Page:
Health Care

Abortion threatens congressional impasse on funding

Rep. Norma Torres, D-Calif., referred to some GOP colleagues as "sex starved males" on the House floor, setting off a brief spat. (Tom Williams/CQ Roll Call file photo)

House Democrats' effort to rescind Trump administration anti-abortion policies threatens to hold up government spending bills. CQ Roll Call reporter Sandhya Raman details the debate and surveys how lawmakers are using abortion politics, both in Washington and the states, to rile their voters ahead of next year's election. 

 

Trump — not lawmakers — set to be biggest challenge for new legislative affairs chief Ueland
No matter who runs Hill shop, president’s approach is ‘very unlikely to yield results,’ expert says

Wyoming Sen. Michael B. Enzi, right, introduces Eric Ueland at his confirmation hearing to be under secretary of State for management in September 2017. That nomination was later withdrawn, but Ueland will be President Donald Trump’s third legislative affairs director, starting Monday. (Tom Williams/CQ Roll Call file photo)

Eric Ueland, hand-picked by President Donald Trump to be his third legislative affairs director, has decades of experience in the D.C. “swamp” his soon-to-be boss loathes. But the former senior GOP aide will quickly learn it is the president alone who is, as one official put it Thursday, “the decider.”

Ueland has been chief of staff to former Senate Majority Leader Bill Frist and a Senate Budget Committee staff director. Experts and former officials describe him as highly qualified for the tough task of being the messenger between Trump and a Congress with a Democrat-controlled House that regularly riles up the president and a Senate where Republicans lack votes to pass most major legislation.

House floor shenanigans punctuate start of spending season
Democrat calls GOP males ‘sex-starved,’ while Republicans use procedural delay tactics

From left, Republicans Justin Amash, Chip Roy and Jim Jordan are seen during a House Oversight and Reform Committee markup on Wednesday. Roy was requiring the House to conduct roll call votes on noncontroversial amendments. (Tom Williams/CQ Roll Call)

Congressional proceedings are usually pretty dry, but on Wednesday, House floor watchers might as well have been tuned into a reality TV show given all the shenanigans occurring as lawmakers debated their first spending package for the upcoming fiscal year.

Between a Democratic lawmaker calling her GOP male colleagues “sex-starved” and Republicans using a series of procedural tricks to delay proceedings, there was no shortage of tension to kick off the fiscal 2020 appropriations process.

After rebuke from Jon Stewart, panel approves 9/11 victim bill
Without funding, victims face cuts to promised compensation, as much as 70 percent

Former “Daily Show” host Jon Stewart, New York Rep. Carolyn B. Maloney and Speaker Nancy Pelosi talk on the Speaker’s balcony Tuesday after a meeting iabout funding for the September 11th Victim Compensation Fund. On Wednesday, the House Judiciary Committee approved legislation extending the fund. (Tom Williams/CQ Roll Call)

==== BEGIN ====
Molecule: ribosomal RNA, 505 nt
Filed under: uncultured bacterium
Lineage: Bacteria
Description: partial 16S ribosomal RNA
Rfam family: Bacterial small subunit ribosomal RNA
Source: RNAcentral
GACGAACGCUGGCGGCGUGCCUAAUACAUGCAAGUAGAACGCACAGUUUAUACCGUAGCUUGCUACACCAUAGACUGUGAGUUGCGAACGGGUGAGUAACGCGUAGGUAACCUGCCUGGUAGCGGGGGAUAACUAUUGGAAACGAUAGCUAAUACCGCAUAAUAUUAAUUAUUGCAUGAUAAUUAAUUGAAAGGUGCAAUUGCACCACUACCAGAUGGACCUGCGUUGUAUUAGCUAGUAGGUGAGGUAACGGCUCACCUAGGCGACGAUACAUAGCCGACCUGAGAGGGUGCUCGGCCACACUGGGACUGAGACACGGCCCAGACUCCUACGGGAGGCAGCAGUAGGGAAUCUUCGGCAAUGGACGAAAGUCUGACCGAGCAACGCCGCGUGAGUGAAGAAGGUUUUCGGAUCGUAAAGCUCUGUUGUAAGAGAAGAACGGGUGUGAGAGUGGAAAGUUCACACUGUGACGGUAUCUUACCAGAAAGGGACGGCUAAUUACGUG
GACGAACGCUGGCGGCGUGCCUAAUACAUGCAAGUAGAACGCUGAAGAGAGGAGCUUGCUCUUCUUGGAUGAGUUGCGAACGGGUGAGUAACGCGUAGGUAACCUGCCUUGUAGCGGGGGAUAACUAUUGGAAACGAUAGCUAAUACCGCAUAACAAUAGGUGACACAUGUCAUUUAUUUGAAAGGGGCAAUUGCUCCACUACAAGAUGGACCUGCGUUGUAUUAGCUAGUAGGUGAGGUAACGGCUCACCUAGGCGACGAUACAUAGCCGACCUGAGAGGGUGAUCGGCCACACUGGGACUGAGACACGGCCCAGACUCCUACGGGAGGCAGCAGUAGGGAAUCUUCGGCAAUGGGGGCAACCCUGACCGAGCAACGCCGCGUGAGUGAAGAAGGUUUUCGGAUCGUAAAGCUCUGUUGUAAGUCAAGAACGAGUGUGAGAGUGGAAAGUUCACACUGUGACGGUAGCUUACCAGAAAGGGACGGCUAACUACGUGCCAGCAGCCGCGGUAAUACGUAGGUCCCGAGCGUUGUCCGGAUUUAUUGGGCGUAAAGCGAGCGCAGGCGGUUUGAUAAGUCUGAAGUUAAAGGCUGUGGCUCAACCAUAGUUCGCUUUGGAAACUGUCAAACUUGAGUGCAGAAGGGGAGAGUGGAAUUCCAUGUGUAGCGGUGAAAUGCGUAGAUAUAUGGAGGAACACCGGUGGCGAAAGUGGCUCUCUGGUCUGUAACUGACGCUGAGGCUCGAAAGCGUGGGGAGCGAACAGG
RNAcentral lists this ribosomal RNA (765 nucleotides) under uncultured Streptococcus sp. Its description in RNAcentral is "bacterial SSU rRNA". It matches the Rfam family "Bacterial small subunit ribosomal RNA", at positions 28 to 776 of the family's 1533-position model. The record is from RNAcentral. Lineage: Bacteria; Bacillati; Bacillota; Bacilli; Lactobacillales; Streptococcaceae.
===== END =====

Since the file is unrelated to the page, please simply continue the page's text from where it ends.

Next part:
A day after comedian Jon Stewart chastised lawmakers for their sparse attendance at a hearing on legislation to help victims of the Sept. 11 terrorist attacks, the House Judiciary Committee approved the bill without even calling a roll call vote, extending a victims fund for decades while offering whatever funding is needed.

Stewart and lawmakers representing the victims have expressed frustration with Congress’ pace in moving the legislation, even after the overseer of the victims fund, Rupa Bhattacharyya, announced in February that she would have to cut payouts to victims for lack of money.

‘Cadillac tax’ repeal could get floor action, thanks to Pelosi’s new rule
The tax is aimed at high-cost health care plans

Speaker Nancy Pelosi ushered in a new way to bring bills to the floor. Now members of her party want to use it to repeal the so-called “Cadillac Tax.” (Bill Clark/CQ Roll Call file photo)

Moderate Democrats in the House won a major victory last year when incoming Speaker Nancy Pelosi supported a new rule that can force her to bring to the floor bills with at least 290 co-sponsors.

Ironically, one of the first to benefit from the process could be a bill to repeal a feature of the 2010 health care law. The provision imposed a tax on high-cost health care plans in order to pay for the law’s new spending. Health care economists supported the tax as a way of suppressing rising health costs, but labor unions — which often negotiate generous insurance benefits for their members — don’t like it.

9/11 first responders ‘did their jobs … do yours’: Watch Jon Stewart rip lawmakers

Entertainer and activist Jon Stewart holds up the jacket of first responder Ray Pfeifer before testifying at a hearing by the House Judiciary Committee as it considers permanent authorization of the Victim Compensation Fund in Washington on Tuesday June 11, 2019. (Caroline Brehman/CQ Roll Call)

The House Judiciary Committee convened Tuesday to hear from 9/11 first responders, family members and advocates for the September 11th Victim Compensation Fund.

Jon Stewart, a fund proponent, said Congress’ slow response to the health needs of the first responders was a stain on the institution, contrasting that with how quickly the FDNY and NYPD sprung into action after the 9/11 attacks.

Repeal of abortion funding ban won’t be part of spending debate, sponsor says
Longstanding Hyde amendment unlikely to be addressed on House floor this week

Rep. Pramila Jayapal, D-Wash., speaks with reporters as she leaves the House Democrats’ caucus meeting in the Capitol on June 4, 2019. Jayapal co-sponsored a proposal to repeal the Hyde amendment. (Bill Clark/CQ Roll Call file photo)

An amendment to repeal a 42-year-old prohibition on using federal public health funds for abortions won’t be part of the debate on a nearly $1 trillion appropriations bill covering the Department of Health and Human Services and several other agencies.

That was the view Monday night of Rep. Pramila Jayapal, a Democrat from Washington, who co-sponsored a proposal to repeal the Hyde amendment, which the appropriations package headed to the House floor this week would continue. The language is named for its author, the late Illinois Republican Rep. Henry J. Hyde.